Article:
There’s a fine line between having tried-and-true music for technique class and using the same songs over and over again to the point that they become stale—and drive your students (and maybe yourself) stir-crazy.
Bringing a variety of music into your classes isn’t just great for your students’ technical and artistic development (and sanity), but it keeps you on your toes as a teacher, challenging your sense of rhythm and timing as well as your movement tendencies. However, curating a new playlist can feel daunting if you don’t know where to look. Next time you find yourself stuck in a musical rut, give these tips a try—or get inspired with these playlists from Kristin Sudeikis, Germaine Goodson and Shaunna Vella.
Use Spotify, Pandora or SoundCloud.
There is a vast array of resources online that generate artist and song recommendations based on music you already like, most notably Spotify and Pandora. Use features like artist-inspired radio stations and playlists, playlists based on your preferences, and playlists made by friends or favorite artists to discover new songs. Choreographer and master teacher Kristin Sudeikis also recommends exploring SoundCloud, Instagram and Clubhouse, especially for lesser-known artists.
Tune in to your local radio station.
With so much music available digitally, radio stations may feel like a thing of the past. However, they’re still a valuable resource if you’re finding yourself resorting to the same tracks again and again. Find out what your local stations are and what genres of music they play, and tune in during your commute. New York City–based master tap teacher Germaine Goodson swears by WNYC. “From 8 to midnight each week, they play Frank Sinatra, Gershwin—all sorts of music!” she says.
Take recommendations from students.
Sometimes the best suggestions come from those who will be benefiting the most from your music choices. “Every spring, my students create a playlist for me,” says Shaunna Vella, Saint Mary’s College of California associate adjunct professor. “People can always come to me with requests. I feel like that’s important for creating a more collaborative environment.”
Take other teachers’ classes.
Put on your student hat and get inspiration from other teachers. They may expose you to music you never would have considered, especially if they’re rooted in a different genre. Goodson, whose background is in Broadway-style tap, finds value in taking rhythm-tap classes, even though the style is lower to the ground and the music selection tends to be different from her own.
Take inspiration from current events.
Both Sudeikis and Vella prioritize tuning in to what’s going on in the world as they make their musical selections. “On MLK Day, I’ve always gone back to the song ‘Glory,’ by Common & John Legend,” says Vella. Annual celebrations provide great opportunities for musical inspiration. For example, during Black History Month you could curate a playlist of Black artists who have impacted American music history. Similarly, Vella has a Pride Month playlist that celebrates LGBTQ+ musical trailblazers. She notes that in times of high tension in the world, spacious music that isn’t heavy on lyrics or beat, such as sound scores, can be key. “Sometimes we’re too inundated with sensory overload,” she says.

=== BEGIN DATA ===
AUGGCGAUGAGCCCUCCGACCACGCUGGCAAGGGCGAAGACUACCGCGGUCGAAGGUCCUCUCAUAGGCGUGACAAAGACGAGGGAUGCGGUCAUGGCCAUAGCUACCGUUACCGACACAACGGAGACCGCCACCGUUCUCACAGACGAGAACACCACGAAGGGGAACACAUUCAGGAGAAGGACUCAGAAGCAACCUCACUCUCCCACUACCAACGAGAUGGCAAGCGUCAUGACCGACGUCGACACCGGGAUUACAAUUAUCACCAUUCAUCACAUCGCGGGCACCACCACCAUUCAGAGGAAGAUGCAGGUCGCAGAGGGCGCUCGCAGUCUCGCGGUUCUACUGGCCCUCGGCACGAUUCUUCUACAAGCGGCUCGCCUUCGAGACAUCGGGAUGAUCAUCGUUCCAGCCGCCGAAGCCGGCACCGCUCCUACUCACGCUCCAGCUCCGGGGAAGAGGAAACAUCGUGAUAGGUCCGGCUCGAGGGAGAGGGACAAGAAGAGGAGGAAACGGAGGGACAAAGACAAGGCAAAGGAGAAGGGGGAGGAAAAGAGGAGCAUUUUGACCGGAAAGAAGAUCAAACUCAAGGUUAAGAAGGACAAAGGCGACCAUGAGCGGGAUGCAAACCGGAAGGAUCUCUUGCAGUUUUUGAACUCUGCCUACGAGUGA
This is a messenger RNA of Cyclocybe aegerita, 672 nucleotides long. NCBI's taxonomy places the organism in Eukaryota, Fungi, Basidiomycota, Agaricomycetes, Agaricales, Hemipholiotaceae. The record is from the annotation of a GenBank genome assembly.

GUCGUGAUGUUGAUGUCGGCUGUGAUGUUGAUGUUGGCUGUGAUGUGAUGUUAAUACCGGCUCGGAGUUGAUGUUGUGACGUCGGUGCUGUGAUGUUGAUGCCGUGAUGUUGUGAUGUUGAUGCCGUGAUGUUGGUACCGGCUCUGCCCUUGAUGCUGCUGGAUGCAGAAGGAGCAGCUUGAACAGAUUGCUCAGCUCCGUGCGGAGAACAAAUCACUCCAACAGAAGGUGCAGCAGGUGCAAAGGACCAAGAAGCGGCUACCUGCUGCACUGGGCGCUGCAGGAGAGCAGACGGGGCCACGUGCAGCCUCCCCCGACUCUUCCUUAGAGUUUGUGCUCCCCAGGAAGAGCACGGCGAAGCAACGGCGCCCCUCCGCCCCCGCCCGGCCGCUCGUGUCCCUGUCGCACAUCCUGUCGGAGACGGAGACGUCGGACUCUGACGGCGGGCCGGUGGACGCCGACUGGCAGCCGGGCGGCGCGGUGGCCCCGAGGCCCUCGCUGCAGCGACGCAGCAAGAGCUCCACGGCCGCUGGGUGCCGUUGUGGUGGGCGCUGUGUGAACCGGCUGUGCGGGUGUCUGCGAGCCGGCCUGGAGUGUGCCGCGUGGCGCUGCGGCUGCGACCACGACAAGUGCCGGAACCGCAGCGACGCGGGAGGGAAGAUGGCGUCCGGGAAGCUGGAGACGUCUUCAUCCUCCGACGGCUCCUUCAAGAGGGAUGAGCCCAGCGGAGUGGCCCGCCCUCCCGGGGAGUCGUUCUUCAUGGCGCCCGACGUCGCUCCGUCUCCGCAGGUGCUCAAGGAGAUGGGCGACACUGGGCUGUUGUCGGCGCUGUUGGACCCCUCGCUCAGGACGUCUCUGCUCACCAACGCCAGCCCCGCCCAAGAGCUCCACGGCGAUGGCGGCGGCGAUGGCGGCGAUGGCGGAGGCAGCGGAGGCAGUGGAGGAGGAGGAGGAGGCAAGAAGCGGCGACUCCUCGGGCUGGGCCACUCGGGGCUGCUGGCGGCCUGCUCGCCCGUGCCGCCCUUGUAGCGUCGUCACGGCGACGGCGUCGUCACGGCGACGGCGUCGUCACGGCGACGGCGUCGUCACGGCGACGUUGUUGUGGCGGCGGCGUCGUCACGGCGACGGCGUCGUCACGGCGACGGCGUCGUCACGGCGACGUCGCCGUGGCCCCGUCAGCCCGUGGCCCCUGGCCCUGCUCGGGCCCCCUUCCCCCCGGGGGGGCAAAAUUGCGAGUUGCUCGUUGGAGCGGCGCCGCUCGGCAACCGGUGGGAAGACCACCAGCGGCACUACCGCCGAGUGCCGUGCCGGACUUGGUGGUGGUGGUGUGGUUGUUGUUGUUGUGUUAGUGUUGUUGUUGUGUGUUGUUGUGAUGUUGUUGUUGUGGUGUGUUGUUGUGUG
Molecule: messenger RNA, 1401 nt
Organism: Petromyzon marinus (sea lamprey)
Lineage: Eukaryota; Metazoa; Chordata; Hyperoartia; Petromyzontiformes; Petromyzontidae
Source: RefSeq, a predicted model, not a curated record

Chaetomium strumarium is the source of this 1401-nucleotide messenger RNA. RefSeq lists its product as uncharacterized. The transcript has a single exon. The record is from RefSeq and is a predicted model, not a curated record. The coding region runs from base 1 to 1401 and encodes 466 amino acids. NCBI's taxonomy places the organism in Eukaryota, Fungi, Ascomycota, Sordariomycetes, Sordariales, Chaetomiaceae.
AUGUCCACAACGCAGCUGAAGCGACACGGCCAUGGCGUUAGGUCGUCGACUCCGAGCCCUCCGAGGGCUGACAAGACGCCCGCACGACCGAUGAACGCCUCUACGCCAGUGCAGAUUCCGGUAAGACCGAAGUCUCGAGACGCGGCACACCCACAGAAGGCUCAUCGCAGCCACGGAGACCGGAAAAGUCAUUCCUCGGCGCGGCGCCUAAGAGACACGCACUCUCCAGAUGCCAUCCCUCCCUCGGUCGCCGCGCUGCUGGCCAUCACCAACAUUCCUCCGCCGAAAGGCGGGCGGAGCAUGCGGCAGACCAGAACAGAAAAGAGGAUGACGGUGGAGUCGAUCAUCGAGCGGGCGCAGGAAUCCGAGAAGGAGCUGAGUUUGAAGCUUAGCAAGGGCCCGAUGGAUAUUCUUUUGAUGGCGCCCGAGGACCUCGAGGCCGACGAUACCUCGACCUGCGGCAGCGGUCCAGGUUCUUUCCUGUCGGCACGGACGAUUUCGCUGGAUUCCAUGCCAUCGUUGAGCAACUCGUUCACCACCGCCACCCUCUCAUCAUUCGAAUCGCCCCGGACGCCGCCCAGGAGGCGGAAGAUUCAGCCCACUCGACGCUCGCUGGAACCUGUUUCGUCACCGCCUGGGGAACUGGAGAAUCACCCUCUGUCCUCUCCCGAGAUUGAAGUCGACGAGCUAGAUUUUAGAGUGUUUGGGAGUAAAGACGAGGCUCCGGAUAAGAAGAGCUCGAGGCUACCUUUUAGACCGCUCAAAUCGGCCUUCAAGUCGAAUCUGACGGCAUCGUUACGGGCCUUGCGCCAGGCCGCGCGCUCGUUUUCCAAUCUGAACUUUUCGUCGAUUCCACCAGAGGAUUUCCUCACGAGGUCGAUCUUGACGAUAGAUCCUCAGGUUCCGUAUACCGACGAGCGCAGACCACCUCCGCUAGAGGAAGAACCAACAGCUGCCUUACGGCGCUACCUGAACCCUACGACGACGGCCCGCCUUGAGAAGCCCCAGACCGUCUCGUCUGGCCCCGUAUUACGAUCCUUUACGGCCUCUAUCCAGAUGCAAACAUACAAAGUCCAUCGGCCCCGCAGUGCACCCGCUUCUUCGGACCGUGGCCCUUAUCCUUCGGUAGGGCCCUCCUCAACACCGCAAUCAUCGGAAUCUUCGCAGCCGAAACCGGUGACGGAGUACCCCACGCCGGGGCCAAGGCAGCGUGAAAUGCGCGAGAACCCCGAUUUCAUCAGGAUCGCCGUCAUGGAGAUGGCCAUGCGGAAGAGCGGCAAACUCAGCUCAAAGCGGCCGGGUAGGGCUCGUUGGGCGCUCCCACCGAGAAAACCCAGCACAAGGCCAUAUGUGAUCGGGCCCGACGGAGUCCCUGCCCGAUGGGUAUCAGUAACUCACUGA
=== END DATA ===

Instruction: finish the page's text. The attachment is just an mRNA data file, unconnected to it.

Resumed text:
Research new languages and meters.
Stuck in a 5-6-7-8 framework? Change things up with atypically metered music. “I grew up in the eight-count world, so my trajectory as a technique teacher is to push myself to teach in fives or threes,” says Vella. “Lately I’ve been really into using Indian music and different rhythms that I wouldn’t normally hear in a modern dance class.”
Though you can’t specifically search by meter or BPM (beats per minute) on Spotify, other users often generate playlists based on rhythmic attributes, and dance accompanists will often include the meter in the title of their songs (“Pliés, 3/4”).
Consider including other languages on your playlists to expand your music horizons, too. Just be sure to look up the translation of the lyrics so you’re aware of what messaging you’re playing.
Recycle old songs and playlists.
Go back through your musical archives and find playlists you haven’t touched in a long time. Yes, it will be music you’ve used before, but chances are that your current batch of students won’t be familiar with it. “I have many playlists,” says Goodson. “I put them away for years and years, and I’ll go back to them. Classics don’t die.” Try setting a new kind of combination to a familiar song, or find an alternative cover by a new artist.
Listen to your surroundings. (And then Shazam them!)
Pay attention to the music you hear in your everyday life: You never know when you’ll hear something that will inspire movement. Vella points to movies, passersby on the street, and stores as places where you can get musical inspiration. Jot a note down in your phone, or, better yet, use the Shazam app to identify the song in a matter of seconds.